Ideas needed for pasta without tomato sauce, cream sauce, or a lot of herbs

You are describing almost every kid I am related to or came out of my close friends :grin:

Pasta is not hard to boil - it would be infinitely simpler if you cooked the pasta plain and dressed it separately. Solves the one likes tomato sauce, one doesn’t, and adults don’t need to eat tiny kid palate pasta.

The young folks in my life like:

  • butter and parmesan
  • olive oil and parmesan
  • plain tomato sauce (I make a variation of marcella hazan’s basic recipe and freeze in small portions, otherwise rao’s marinara is lovely, or whatever tomato sauce your kiddo likes does the trick just fine)

That’s it. Veggies are on the side, roasted if it’s part of the broader menu, or steamed if the adult meal is different, or even salad veggies (cucumber, cherry tomatoes, carrots) raw - whatever they eat.


Cook normally for you and your wife with all the sauce and flavours you want. Give the kids a version with plain olive oil or with butter. Maybe they will start to get interested as they are now excluded.

Once I was serving bbq eggplant for lunch, the kid was around 7 yrs old, he ate it instantly without waiting for the meat to come. The mother was away and came 2 minutes later, she didn’t know the kid was served. She said that I shouldn’t be bothered with eggplant, he would never eat that. I told her, he ate it already. She was surprised without words.

Why the kid doesn’t like tomato sauce, is it too acid? Or the texture of paste? Maybe you should add less sauce? Too overwhelming the taste for them? Put less herbs for them.

I doubt they will like sauce with garlic or pesto too. Kids usually don’t really like parmesan, maybe they like more mild cheese.

Do they like cherry tomatoes? Olive oil, butter and raw or cook cherry tomatoes and a bit tuna might work.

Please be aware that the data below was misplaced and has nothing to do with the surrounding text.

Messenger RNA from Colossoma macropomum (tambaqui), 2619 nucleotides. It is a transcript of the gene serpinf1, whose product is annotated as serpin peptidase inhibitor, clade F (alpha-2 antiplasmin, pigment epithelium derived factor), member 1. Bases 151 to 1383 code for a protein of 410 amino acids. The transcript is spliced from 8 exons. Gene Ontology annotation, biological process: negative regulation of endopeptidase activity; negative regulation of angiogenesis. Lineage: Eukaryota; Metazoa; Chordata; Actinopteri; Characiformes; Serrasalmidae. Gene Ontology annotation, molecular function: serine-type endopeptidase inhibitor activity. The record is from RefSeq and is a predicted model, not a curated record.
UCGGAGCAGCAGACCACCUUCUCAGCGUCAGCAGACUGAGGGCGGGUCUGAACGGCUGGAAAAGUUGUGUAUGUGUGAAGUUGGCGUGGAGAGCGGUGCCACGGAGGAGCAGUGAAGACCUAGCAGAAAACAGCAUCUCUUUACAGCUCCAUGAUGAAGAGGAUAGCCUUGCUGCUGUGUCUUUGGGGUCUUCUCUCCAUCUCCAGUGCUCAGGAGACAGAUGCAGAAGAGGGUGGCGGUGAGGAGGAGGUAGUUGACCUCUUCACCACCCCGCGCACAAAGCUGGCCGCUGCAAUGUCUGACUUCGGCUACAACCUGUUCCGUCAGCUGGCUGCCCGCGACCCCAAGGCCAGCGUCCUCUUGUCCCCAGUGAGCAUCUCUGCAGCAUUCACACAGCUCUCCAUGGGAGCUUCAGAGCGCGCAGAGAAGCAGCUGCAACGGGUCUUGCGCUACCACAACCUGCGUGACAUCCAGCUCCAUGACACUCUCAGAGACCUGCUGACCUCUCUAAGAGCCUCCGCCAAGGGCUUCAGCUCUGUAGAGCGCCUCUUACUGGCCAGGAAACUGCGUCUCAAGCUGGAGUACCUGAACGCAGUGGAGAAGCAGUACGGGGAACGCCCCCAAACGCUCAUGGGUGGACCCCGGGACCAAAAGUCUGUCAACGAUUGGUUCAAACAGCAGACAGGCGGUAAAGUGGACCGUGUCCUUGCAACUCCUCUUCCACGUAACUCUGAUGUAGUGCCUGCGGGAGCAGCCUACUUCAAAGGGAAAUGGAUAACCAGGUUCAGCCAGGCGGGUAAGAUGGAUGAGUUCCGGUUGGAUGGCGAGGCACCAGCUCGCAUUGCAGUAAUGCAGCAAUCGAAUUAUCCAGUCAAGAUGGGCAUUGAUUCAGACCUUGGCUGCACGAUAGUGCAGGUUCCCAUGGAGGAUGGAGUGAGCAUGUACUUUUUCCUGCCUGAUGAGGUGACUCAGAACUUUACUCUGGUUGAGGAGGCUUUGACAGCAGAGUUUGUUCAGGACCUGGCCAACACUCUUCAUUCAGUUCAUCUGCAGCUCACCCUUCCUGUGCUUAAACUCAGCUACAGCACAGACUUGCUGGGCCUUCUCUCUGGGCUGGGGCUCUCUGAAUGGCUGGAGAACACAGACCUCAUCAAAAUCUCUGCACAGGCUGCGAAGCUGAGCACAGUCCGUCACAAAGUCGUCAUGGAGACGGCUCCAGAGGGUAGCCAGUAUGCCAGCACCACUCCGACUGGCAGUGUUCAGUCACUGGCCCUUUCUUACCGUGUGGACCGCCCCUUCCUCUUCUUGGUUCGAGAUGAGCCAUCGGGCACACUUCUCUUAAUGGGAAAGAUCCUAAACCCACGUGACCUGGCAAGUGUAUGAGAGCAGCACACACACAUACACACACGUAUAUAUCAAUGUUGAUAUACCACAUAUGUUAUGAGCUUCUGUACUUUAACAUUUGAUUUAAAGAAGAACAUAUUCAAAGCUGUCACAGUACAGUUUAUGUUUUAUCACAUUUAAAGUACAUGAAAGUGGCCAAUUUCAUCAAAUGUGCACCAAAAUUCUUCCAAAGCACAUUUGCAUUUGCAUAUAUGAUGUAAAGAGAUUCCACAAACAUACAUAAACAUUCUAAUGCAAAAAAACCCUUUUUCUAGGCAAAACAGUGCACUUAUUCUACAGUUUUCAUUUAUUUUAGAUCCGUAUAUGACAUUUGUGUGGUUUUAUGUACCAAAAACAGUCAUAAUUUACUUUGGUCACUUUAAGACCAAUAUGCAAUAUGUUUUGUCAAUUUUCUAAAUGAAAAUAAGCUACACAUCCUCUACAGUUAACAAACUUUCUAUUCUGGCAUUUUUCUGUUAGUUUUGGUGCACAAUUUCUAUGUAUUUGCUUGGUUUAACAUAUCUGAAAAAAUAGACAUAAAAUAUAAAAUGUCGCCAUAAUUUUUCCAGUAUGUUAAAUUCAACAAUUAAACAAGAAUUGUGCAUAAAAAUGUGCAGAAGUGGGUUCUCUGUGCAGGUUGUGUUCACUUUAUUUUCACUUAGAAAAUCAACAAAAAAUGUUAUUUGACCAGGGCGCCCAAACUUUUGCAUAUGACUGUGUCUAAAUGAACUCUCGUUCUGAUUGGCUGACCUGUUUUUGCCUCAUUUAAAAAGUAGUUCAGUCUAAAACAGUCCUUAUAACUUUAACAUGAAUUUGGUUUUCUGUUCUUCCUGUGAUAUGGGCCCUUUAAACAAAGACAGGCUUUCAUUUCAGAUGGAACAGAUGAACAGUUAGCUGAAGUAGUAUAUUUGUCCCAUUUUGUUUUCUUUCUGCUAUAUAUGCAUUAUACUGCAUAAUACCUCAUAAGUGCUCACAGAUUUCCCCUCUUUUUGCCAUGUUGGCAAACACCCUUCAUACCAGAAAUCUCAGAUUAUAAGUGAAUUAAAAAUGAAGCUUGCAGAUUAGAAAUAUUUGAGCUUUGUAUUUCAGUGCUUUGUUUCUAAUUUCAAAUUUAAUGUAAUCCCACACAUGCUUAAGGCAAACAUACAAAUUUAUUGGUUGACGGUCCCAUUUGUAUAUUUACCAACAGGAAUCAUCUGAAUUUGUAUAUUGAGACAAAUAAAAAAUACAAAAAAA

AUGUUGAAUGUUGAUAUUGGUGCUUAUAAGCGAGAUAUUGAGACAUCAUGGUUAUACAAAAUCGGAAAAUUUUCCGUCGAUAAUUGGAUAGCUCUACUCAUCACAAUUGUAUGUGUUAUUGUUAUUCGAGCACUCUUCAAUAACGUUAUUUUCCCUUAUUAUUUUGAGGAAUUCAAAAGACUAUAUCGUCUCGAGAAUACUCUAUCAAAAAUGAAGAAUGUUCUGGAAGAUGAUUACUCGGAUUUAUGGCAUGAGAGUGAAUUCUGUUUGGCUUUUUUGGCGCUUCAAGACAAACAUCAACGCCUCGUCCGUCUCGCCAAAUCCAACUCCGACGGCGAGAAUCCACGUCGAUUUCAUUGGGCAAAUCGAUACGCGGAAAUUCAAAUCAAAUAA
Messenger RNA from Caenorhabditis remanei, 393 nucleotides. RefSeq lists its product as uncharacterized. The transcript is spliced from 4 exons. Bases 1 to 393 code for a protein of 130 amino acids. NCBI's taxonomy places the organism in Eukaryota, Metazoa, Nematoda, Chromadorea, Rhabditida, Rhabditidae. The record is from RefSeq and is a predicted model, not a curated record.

I wouldn’t suggest soy sauce or go Asian, in this case, cook them Asian noodles, what a waste to do that to good Italian pasta!


This somewhat reminds me of a pasta that I used to cook- haricot vert, asparagus and squash cut 2" and then with pesto and pinenuts. In season, it was so good, but it too fell into dormancy once the dishes start getting untouched.

Tried that too. We have a jar of tapenade at home. Recently enjoyed mixing some pasta and the tapenade together. They too complained. What’s odd is that they’d eat whole olives nonstop, so maybe instead of olive, garlic and roasted pepper in tapenade form, i’d make them whole instead.

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I recently had a dish at an izakaya where they made a wasanbon sauce with corn. Complex tasting sauce that’s a little smoky. If I am able to make something like that at least I’d enjoy the pasta dish very much. :smiley:

I am trying to imagine this recipe in my head- what does breaking the noodle do?

She explains in the recipe I linked to: "To create the kind of random pasta shapes that seem so natural here, I smash twisty egg noodles a bit with a rolling pin, putting them in a paper or plastic bag first to keep them from flying all over. "

Also, breaking the noodles means you can eat them with a spoon.


Whenever we go to the fancy cheese shop, we also buy the super expensive pasta they sell – from France, interestingly. Really good stuff. It’s the only time I actually use filtered water to boil my pasta. We simply saute minced garlic in olive oil and finish the pasta in that. It took me a long time to figure out how to saute minced garlic properly. It takes at least 10 minutes and the garlic should not brown. If you don’t have local garlic available, Trader Joe’s has USA-grown garlic.